Tuesday, 16 September 2008

Further Thoughts From A Tiny Nation

With over a week of experience under my belt, I feel sufficiently qualified to unleash another round of penetrating cultural insights regarding my current home.

1. These people drive like lunatics. A red light here is less of an order to stop, and more a helpful suggestion. To make matters worse, a green man at a crossing doesn't mean cars won't still be driving past you, it just means they will probably stop if you end up directly in front of them. DJ is very proud that his countrymen are trusted to use their judgment whereas the British are ordered around. Of course, sometimes he sees someone driving so badly it contravenes even Slovenian motorist protocols, and the miscreant in question is derided as being so bad a driver he could be from Turkey.

Remind me never to go to Turkey.

2. Many interesting options exist here as regards food. One of today's options in the cafeteria DJ and I sometimes frequent was battered shark (or “sea-dog”, as my hosts would have it). More bizarre was the discovery last night that, after a few beers in the pub, tradition has it that one retires to a roadside fast food van. So far, so normal. Rather than eat a badly-packed kebab, though, as would be our way, however, the Slovenians munch their way through a horse-burger.

Always happy to experience new delicacies (and quite drunk in the case of the burger), I tried both horse and shark. Shark, unsurprisingly, is very much like skate, although with significantly less cartilage getting in the way (whether this is due to fundamental biological differences or just that my mother is rubbish at boning fish is currently a mystery). The closest analogue I can think of for horse is kangaroo, which probably is further proof that my taste-buds are puny and worthy of ridicule.

Whilst on the subject, it is ridiculously hard to find anywhere to eat out in Ljubljana on a weekend. Not just on a Sunday, Saturdays too. I had to go to the same restaurant two nights in a row, which admittedly wouldn't have been so bad had I not temporarily forgotten that I've developed an allergy to pesto. I still can't believe I made it to another country unaided.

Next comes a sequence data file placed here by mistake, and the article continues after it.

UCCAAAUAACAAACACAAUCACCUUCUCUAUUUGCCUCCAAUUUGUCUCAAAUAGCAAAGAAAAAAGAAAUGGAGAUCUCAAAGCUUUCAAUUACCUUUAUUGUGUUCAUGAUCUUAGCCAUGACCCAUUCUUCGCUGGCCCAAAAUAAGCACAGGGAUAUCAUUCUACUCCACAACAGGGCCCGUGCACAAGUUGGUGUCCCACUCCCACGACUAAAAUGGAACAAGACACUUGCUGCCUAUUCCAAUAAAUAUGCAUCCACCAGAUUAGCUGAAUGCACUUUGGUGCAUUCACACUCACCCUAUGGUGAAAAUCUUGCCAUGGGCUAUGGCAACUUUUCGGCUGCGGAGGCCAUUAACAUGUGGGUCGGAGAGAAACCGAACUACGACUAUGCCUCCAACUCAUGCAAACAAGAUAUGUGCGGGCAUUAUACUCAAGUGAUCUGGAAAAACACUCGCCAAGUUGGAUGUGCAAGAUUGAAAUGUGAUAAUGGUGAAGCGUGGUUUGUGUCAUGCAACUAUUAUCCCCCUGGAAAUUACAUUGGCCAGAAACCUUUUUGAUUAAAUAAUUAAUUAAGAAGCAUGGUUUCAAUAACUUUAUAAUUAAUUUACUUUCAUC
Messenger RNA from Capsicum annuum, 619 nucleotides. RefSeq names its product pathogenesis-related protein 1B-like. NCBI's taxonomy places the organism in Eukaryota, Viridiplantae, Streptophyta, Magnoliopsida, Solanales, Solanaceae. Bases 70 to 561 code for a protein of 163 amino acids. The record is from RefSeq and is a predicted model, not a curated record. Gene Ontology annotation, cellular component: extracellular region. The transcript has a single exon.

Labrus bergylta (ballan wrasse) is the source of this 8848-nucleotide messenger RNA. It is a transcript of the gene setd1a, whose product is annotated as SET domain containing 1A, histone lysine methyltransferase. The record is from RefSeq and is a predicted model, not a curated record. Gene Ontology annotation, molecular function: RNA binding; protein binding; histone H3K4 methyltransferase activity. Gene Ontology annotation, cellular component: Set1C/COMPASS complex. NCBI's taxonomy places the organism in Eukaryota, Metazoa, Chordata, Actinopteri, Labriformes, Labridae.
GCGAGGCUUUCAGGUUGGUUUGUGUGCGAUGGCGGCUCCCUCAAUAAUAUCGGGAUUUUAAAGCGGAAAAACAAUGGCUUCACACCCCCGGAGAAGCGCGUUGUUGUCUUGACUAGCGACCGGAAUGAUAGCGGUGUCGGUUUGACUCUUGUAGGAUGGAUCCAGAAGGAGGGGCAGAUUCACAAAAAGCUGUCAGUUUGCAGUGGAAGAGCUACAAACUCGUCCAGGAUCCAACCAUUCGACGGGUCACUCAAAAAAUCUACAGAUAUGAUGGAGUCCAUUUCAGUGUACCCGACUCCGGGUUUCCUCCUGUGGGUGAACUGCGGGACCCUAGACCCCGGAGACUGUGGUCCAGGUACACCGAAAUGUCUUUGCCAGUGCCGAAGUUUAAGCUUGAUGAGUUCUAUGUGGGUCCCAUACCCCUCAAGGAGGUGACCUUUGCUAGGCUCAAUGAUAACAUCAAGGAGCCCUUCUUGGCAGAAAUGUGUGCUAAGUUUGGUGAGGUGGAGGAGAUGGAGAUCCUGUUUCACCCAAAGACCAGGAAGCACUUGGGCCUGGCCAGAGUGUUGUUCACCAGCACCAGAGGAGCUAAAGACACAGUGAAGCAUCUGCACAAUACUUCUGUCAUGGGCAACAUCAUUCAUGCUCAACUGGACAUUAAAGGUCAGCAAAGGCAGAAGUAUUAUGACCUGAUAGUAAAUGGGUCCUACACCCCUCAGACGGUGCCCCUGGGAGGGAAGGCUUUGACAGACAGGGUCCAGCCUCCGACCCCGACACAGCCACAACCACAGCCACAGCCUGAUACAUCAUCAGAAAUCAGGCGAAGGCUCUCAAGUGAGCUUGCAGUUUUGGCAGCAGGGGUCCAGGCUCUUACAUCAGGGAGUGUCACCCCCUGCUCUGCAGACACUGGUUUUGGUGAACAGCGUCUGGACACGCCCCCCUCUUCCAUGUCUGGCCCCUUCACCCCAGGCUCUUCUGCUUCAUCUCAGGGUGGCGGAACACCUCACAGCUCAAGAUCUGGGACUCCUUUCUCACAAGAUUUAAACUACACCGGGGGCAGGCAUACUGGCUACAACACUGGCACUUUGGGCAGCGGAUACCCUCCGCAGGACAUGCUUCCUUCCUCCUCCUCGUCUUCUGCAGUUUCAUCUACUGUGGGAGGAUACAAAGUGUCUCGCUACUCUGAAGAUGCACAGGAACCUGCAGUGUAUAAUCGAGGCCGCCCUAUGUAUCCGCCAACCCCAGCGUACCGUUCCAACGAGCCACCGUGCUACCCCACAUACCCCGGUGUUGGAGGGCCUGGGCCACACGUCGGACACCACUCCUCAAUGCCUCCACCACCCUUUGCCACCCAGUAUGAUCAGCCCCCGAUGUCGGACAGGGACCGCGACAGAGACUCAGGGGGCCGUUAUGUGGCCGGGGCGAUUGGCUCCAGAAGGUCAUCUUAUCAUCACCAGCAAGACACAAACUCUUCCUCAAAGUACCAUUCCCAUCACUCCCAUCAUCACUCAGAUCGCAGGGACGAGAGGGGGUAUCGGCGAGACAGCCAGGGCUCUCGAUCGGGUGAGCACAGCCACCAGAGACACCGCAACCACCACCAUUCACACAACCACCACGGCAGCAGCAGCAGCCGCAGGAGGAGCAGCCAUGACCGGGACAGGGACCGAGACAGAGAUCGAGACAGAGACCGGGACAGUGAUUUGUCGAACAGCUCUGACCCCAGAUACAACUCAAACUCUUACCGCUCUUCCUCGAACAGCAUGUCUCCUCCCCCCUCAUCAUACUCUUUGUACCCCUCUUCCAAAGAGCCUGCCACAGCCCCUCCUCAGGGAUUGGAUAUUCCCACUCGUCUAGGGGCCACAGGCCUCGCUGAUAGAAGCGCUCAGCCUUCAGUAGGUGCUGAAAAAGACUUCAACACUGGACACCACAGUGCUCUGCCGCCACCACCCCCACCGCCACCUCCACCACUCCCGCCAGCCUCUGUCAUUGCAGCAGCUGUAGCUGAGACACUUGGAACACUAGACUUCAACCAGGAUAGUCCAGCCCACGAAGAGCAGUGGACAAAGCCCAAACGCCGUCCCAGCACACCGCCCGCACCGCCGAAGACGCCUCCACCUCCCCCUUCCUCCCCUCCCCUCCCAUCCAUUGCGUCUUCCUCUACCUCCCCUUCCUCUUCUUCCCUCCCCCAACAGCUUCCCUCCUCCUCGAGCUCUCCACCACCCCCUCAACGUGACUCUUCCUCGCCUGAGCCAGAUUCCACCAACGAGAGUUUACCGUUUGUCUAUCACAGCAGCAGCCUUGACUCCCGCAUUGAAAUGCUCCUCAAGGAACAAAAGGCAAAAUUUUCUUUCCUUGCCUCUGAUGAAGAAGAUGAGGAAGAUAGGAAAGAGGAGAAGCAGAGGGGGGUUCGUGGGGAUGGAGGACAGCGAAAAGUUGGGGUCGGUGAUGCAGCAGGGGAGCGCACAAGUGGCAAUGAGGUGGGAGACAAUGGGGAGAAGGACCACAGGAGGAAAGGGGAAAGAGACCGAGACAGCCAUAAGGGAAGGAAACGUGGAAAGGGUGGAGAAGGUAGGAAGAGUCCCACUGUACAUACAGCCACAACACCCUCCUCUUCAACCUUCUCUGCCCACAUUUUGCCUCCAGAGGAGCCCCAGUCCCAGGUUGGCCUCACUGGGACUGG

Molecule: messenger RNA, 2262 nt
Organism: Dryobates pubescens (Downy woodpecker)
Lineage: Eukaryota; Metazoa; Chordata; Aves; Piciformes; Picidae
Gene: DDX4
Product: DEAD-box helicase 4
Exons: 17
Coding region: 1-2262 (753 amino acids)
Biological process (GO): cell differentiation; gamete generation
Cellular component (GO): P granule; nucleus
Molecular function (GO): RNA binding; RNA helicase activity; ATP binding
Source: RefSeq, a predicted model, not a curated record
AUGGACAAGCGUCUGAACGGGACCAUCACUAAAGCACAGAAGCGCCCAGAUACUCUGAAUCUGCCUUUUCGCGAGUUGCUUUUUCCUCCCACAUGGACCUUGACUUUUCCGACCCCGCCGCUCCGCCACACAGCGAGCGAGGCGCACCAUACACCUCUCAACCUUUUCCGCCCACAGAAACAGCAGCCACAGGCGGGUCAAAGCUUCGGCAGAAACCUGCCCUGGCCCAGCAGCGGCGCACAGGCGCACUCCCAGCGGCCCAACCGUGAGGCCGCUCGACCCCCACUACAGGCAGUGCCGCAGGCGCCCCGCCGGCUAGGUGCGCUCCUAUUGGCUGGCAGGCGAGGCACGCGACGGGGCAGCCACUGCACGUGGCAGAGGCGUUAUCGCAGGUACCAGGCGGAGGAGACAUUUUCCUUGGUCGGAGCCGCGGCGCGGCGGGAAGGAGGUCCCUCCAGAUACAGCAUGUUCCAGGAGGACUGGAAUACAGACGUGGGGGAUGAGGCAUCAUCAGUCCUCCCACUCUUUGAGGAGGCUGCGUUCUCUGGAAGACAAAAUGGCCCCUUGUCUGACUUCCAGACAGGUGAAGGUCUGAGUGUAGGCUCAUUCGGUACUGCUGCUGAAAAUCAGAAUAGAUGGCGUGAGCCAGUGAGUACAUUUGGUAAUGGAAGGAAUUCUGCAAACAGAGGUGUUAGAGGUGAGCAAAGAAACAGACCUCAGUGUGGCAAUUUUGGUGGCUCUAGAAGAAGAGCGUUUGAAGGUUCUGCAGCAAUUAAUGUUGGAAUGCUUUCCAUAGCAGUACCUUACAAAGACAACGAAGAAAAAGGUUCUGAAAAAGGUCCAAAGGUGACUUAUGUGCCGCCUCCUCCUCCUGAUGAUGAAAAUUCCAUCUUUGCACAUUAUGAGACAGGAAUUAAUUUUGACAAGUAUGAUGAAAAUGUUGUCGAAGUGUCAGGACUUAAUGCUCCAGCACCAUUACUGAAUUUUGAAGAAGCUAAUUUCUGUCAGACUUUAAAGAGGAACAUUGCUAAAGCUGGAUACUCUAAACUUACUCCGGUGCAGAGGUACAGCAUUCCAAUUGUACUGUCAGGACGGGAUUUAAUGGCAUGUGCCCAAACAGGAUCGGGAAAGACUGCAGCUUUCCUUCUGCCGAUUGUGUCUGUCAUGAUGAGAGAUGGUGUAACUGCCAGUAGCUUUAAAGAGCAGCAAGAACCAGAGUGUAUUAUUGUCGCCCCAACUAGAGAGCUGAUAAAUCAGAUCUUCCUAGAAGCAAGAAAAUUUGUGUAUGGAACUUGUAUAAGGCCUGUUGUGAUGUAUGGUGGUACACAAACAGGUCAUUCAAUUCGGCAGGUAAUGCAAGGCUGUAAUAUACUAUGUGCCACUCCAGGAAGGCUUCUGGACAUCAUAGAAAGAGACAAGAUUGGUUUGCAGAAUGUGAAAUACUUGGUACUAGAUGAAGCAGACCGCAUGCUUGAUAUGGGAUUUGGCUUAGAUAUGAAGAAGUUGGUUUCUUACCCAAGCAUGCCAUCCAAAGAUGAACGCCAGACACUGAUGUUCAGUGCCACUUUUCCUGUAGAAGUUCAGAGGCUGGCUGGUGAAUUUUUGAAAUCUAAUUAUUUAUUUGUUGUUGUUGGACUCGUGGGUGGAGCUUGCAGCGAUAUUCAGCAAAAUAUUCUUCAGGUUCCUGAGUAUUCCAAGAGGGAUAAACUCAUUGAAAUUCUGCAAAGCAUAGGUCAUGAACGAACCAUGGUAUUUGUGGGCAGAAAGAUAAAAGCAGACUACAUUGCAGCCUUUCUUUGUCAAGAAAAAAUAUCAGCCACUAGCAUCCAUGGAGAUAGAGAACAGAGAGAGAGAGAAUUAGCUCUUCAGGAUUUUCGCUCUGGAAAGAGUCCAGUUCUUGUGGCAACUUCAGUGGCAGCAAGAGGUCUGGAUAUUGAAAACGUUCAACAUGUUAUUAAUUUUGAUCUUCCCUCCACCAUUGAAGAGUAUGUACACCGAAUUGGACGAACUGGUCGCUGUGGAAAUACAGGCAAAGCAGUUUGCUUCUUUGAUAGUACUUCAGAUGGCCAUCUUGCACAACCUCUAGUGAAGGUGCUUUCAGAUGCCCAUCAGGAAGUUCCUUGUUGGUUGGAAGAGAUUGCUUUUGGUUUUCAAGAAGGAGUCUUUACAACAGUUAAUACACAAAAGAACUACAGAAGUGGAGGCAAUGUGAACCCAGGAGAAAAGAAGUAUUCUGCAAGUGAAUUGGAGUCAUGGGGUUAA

3. The local shop has a wonderful system whereby if you arrive clutching an empty bottle of wine (and those who know me well can confirm that I arrive at most places clutching an empty bottle of wine) you can exchange it for a full bottle and only pay the price for the wine itself. This, combined with the comparative cheapness of Slovenian plonk (it's not as marked a difference as in, say, Prague, but it is still noticeably cheaper) means that one can by a bottle of reasonable wine for around the same price that it would take back home to get a can of budget lager. One more reason I may decide never to return to Blighty.

4. One thing I do really miss about home is the gym. The one we have here is terrible. Most of the instructions are in Slovenian, of course, so it may be partially my fault, but not a single damn button on any of the treadmills will actually make them go, which pretty much just makes them tremendously crappy look-out posts. On the other hand, it's free, it's in my building, and it's always empty, so I guess I shouldn't complain too much.

Right, that's all I can think of for now. I'm going to the sea-side on Thursday, so doubtless that will spark off many new observations and/or lead to me being eaten by a tiger shark. Which I guess would make karmic sense, at least.


jamie said...

Wow. I had no idea you'd ever entered a gym in this country.

I hate gyms. They're sooooo dull. However, I really ought to get some exercise at the moment besides my walks to and from the bus-stop and work though; haven't played squash for almost three months :-/

SpaceSquid said...

I started going in the Spring. I got fed up of looking like I was seven months pregnant.